Sunday, November 4, 2012

Dark Heart of Uukrul: More Puzzles

I'm suddenly hearing Al Green.

I fear I'm a little behind in posting on Uukrul. Much of what I'm about to relate, I accomplished earlier this week, in the middle of Hurricane Sandy. My power was knocked out for about 30 hours, and I spent almost half that time hunched over my laptops, running down their batteries playing this game off a USB drive. I have to say, it was a little bit eerie, crawling through the dungeon while the wind howled outside, trees came cracking down in the distance, and candles flickered on my desk. When the last battery died on the second laptop, I said, "screw this" and convinced Irene to pack up and head down the road to a hotel that had power. Less than an hour after we rented the room, the lights were back on at the house. Compared to what they're going through in New York and New Jersey, though, I consider my trifling inconvenience a blessing.

After I posted about the crossword puzzle, the game continued to offer puzzles on every level, though none of them quite as hard. It has also continued to be very linear, with every space between sanctuaries a clear and discrete level with its own unifying puzzle to solve.

After finding each new sanctuary, I was able to read a new entry in the archives, which generally told me something about the next level I faced. Plus, there were almost always messages on walls that gave me some hints as to the solutions.

In order, the levels were:

1. A maze in which Uukrul locked me in by yanking on a chain and closing a grate behind me. He said he'd let me leave if I begged...

...but of course I didn't. I found my way through the maze, and at the end, there were three possible exits. One of them required me to find a bunch of keys in the maze. I never found one, so I assume they were behind secret doors I never located. The second was a riddle of some sort ("you need but speak a single word to pass through, assuming you can discover what it is"), but I never found it. That left the third option, which involved three difficult battles, the final one against fire spirits that killed two of my characters. I beat them in the end, though.

Nice subtle insults.

2. A level that contained the urn holding Uukrul's dark heart. For a while, I thought I was at the end game already. First, the game taunted me by showing me the heart behind a grate that was impossible to open.

I don't care how strong that grate is; it seems awfully cocky of Uukrul not to hide the thing better.

Finding my way around the other side required me to navigate a small maze of dungeon rooms that opened and closed in response to a group of levers. If there was a clue to help me with the levers, I missed it, but it wasn't hard anyway. I just pulled each one in turn, noted what it did, and slowly figured out the right combination. I reached the urn with only four of the needed six hearts, but I used them anyway.

After that, I had to move on to find more hearts. I'm not sure why I couldn't just haul the urn with me.

3. A multi-leveled area in which I needed to find magic cards to ascend. The more cards I found, the higher I could ascend, ultimately getting out and moving on to the next area.

It was nice of Uukrul to lay it all out for me in the beginning.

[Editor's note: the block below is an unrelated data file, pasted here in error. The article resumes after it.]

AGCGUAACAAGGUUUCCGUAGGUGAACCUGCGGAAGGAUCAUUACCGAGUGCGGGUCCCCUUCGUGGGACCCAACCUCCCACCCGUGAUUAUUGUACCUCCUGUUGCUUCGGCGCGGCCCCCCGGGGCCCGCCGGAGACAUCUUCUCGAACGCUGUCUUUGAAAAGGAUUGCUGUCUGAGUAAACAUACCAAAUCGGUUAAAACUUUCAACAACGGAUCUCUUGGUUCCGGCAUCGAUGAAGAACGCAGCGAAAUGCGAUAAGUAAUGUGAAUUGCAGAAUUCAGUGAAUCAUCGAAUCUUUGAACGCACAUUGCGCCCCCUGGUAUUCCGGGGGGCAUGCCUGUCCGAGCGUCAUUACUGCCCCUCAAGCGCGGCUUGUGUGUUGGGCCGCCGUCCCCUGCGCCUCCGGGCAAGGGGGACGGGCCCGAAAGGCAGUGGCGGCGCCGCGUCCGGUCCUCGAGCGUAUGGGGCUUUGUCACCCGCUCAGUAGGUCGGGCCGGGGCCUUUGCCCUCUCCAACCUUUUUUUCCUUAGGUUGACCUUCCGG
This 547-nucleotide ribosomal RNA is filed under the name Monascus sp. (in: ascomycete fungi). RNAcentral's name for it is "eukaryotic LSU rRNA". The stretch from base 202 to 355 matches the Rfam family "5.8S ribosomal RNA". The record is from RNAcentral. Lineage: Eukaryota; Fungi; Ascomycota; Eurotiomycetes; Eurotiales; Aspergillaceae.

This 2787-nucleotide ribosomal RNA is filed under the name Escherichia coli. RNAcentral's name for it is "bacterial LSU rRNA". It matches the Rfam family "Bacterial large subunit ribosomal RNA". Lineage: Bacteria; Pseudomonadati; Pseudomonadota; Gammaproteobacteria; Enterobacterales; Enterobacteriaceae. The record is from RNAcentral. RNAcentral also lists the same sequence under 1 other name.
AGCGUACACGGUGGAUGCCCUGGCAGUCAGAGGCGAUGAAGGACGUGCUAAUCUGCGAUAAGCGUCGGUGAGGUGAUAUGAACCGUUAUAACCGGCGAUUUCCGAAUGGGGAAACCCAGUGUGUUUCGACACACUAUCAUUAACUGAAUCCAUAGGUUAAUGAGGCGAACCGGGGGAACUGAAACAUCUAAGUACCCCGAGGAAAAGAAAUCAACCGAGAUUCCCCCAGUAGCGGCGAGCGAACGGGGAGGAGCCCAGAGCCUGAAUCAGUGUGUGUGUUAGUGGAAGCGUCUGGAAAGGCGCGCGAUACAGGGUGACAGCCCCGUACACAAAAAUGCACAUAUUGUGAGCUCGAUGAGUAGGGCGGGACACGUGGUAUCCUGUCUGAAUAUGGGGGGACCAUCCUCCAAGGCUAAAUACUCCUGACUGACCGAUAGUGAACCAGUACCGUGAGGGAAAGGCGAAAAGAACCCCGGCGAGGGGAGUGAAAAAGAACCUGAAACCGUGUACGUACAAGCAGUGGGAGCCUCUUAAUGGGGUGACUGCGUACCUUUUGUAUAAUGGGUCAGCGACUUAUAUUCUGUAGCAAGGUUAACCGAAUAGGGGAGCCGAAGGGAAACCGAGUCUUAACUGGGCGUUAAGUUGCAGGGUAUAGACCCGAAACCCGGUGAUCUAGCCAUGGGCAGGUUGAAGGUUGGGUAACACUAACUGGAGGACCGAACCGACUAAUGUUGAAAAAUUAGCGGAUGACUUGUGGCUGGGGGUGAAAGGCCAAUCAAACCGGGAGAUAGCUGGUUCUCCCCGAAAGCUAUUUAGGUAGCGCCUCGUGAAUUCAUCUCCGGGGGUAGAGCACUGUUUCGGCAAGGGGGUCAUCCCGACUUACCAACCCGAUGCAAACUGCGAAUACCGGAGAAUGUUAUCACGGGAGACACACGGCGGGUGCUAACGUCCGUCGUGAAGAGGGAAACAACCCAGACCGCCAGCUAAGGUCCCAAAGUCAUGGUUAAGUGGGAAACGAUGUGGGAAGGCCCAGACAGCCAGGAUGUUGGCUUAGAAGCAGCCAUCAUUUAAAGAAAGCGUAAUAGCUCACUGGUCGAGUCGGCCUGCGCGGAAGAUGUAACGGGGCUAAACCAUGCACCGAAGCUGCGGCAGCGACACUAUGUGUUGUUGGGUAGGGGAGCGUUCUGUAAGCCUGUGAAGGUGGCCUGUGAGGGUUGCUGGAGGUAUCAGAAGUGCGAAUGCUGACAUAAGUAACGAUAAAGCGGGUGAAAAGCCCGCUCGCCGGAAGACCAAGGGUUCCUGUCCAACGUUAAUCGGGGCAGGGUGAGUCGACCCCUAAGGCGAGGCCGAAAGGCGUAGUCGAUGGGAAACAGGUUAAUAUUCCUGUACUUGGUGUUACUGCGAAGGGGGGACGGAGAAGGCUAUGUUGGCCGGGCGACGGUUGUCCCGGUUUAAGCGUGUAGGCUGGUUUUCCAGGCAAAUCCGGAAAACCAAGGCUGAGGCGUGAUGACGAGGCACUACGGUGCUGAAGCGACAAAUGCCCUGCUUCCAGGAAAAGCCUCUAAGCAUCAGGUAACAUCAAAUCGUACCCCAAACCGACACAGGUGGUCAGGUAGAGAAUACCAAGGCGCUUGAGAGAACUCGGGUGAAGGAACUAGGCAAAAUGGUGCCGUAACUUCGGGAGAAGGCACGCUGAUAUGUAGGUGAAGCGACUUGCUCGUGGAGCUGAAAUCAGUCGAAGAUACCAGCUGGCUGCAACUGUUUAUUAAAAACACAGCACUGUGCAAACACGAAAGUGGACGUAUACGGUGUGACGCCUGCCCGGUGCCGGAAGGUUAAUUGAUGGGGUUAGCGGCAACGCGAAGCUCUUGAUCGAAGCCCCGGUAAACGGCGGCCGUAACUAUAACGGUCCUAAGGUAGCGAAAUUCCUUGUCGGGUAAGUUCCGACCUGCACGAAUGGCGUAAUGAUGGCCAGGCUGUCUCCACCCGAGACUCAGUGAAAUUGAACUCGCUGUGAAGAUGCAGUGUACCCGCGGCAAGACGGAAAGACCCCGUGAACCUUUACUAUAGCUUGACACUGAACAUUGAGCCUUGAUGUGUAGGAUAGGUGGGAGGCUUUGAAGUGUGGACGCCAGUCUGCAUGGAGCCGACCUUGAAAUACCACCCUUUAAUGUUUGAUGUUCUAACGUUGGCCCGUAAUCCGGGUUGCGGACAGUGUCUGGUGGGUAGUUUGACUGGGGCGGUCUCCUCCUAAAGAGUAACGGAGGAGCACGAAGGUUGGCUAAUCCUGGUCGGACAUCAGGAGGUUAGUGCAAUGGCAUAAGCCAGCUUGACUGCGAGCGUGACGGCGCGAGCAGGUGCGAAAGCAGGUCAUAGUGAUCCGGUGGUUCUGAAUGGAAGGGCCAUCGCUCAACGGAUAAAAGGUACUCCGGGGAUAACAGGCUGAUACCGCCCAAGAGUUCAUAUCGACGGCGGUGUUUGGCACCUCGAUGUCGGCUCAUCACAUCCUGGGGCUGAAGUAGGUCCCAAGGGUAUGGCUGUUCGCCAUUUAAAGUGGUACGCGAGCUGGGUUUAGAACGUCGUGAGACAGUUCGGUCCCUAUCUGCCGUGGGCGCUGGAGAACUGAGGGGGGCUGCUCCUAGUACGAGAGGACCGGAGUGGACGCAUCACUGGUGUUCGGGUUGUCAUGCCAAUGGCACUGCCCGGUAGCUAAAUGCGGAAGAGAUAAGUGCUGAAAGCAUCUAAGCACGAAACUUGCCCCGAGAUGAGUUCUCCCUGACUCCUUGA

The problem is, the magician had to be holding the cards, something that wasn't clear until I thought to have one of the cards identified by Sagaris. For hours, I couldn't go anywhere but the first level and couldn't figure out why.

Once I had solved that little mystery, the rest of the level was fairly easy, although I kept getting zapped by traps that I think lowered some of my attributes permanently.

At one point, I found a member of Mara's doomed party, indicating that she was still alive.

"Put him out of his misery" should have been a role-playing option.

4. An area that had something to do with closing valves, moving carriages, and using a teleporter. Mara warned me that I needed to stay on the level until I found the black hammer that her expedition had lost.

I admit I solved this one via brute force. I just kept trying every option and re-checking the level for new possibilities. I got stuck here for a while because there was a secret door that took me forever to locate. I learned the hard way to travel with TALIS (find secret doors) on as much as possible. It's a bit of a pain, because it burns out quickly.

A couple of shots from this level. I wasn't really sure what I was doing.

This level culminated in the finding of the magic hammer at the bottom of a series of pits. It was in the hands of a demon overlord whose portrait scared me...

 ...but who turned out to be a bit of a lightweight in combat. His one trick was to cast "silence" and prevent my mage and priest from casting spells, but he went down so easily in melee combat I wouldn't have bothered with any spells anyway.

Mara had warned me in a message to make sure I had the Medal of Escape with me (oh, yeah, I forgot to follow-up on this: it turns out that every time you use it, it returns to its original location, and you can pick it up again), and it turned out I needed it to get out. After that, Sagaris filled me in on the hammer's uses, and I went and had the smith repair it.

That's suitably cryptic.
As I close for the night, I seem to be in an area with seven levels and a bunch of pits and teleporters connecting them. I've had to return to careful mapping to find my way through.

Pierce Roth has continued to make updates to his Dungeon Mapper, and has been keeping me current, but I actually stopped mapping this game a while ago. Once it became very linear, there was hardly any point. Each level offers only three or four branches, and between the automapper and simple memory, I find my way through them without trouble. I look forward to using the mapper more on the Gold Box series, though.

Even though the game took a sharp turn towards puzzles around the midpoint, it hasn't stopped being a combat-driven RPG. There are plenty of tough foes, including one "boss" fight, in every level. Still, I've only had to resurrect three or four times, and only suffered one full-party death.